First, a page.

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I thought if you committed a crime in a certain state you were tried in that state. Maybe in a state court, maybe in a Federal court. Do I have this right?

Recently, there is talk about prosecuting Donald Trump in Georgia. It is my belief that he cannot be prosecuted in Georgia because he never went to Georgia. What am I missing?

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  • presence in a state is absolutely not required to be charged with a crime there. – Tiger Guy Mar 11 at 7:32
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If a person A, speaking by telephone to an election official B in Georgia, attempts to influence that official to improperly alter an election result in a way that would constitute frauds or otherwise be a violation of Georgia law, then the person A has committed a crime in Georgia. There are various ways to commit a crime in a place without being physically present in that state.

Since there is no question what was said on the telephone call in question (because it was recorded) the question to be determined would seem to be whether it constituted a crime under Georgia law, and whether the Georgia officials think it is worth prosecuting.

It is true that a trial for a criminal accusation is normally held in the state where the crime was committed (or allegedly committed). But that need not be in a state where the person was ever physically present. If a person living in State C does business is state D, and is requires to file a tax return with the authorities in D, and it is alleged that the return was false, then the person is being accused of a crime in D, committed when the false return was received in D.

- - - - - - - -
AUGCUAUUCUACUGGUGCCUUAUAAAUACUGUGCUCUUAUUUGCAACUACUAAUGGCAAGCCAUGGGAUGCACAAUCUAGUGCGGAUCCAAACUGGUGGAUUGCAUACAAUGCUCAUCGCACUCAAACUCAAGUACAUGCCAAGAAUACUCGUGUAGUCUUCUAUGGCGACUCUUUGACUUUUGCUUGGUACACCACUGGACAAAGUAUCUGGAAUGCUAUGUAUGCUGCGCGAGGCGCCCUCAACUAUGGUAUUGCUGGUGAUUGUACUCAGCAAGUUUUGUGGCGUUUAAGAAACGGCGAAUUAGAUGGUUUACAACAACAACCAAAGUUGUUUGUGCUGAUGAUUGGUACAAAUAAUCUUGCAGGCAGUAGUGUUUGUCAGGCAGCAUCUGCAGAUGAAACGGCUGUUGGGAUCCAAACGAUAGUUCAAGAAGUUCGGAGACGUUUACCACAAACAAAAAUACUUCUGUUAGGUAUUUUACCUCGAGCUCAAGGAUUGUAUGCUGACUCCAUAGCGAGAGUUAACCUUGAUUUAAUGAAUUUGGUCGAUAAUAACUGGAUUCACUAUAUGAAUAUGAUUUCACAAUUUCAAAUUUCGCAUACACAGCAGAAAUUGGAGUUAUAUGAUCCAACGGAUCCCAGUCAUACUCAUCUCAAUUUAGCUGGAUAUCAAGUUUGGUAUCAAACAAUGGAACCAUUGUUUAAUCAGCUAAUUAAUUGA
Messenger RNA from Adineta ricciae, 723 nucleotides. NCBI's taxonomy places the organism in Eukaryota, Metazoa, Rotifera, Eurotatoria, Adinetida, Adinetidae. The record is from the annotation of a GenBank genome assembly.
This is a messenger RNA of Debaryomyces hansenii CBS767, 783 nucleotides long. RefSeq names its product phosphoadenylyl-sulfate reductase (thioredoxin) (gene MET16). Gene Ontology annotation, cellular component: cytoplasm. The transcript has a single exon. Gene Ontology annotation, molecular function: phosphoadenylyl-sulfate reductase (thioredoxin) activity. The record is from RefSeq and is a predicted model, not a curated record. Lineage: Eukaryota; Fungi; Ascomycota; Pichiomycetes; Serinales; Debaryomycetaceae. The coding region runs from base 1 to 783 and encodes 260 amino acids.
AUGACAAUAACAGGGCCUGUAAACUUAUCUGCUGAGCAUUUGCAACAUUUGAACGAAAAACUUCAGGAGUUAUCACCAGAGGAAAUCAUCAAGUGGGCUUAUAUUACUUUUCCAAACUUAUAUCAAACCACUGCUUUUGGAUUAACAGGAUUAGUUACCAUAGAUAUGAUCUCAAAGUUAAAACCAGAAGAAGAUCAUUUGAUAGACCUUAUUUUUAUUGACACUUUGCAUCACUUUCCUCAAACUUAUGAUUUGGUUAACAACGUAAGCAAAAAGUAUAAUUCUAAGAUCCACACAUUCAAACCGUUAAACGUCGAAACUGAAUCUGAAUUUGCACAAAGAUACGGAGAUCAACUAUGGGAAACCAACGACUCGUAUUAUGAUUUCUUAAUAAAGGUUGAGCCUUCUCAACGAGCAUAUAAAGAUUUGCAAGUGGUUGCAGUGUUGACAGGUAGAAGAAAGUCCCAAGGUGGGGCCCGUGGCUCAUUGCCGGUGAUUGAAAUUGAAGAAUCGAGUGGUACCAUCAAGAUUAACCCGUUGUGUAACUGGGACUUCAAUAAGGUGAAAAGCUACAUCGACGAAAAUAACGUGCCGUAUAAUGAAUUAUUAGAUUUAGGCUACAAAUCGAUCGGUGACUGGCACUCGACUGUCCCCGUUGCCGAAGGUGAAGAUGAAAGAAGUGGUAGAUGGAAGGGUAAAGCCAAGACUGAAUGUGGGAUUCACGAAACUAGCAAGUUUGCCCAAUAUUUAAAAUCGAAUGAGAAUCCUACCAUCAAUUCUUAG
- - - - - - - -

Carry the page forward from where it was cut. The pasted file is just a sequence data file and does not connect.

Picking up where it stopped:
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Any sovereign which is an essential part of the crime can prosecute

  • DJT was in Washington DC - the USA (through the power delegated to Washington DC) can prosecute.
  • The AG was in Georgia - Georgia can prosecute.
  • The crime crossed state boundaries - the USA (directly) can prosecute.

Also, double jeopardy does not apply to separate sovereigns so Georgia and either DC or the USA can prosecute. Generally, if one prosecutes, the others consider that justice has been served on the matter and it's not in the public interest to prosecute, but they can decide otherwise (Heath v. Alabama, 474 U.S. 82 (1985)).

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  • DC is not a sovereign. – phoog Feb 12 at 1:08
  • @phoog at least not a separate one from the USA. – Trish Feb 12 at 1:11
  • There’s a reason DC license plates say “Taxation without representation.” – candied_orange Feb 12 at 2:43
  • @Trish DC is not a sovereign, just as London is not a sovereign. – phoog Feb 12 at 3:19
  • Generally,the Feds will not prosecute if the State does, but they have a policy on when they might step in and prosecute. States are not bound by this and can and will prosecute for crimes that other states already prosecuted. The DC Beltway Snipers were prosecuted in Maryland despit the elder of the two having been convicted and sentanced to death for the crime (D.C. didn't prosecute because the only intersections with the route are in MD and VA. The only portion of the beltway actually in D.C. is the 0.11 mile span of the Woodrow Wilson Bridge.). – hszmv Feb 12 at 12:00

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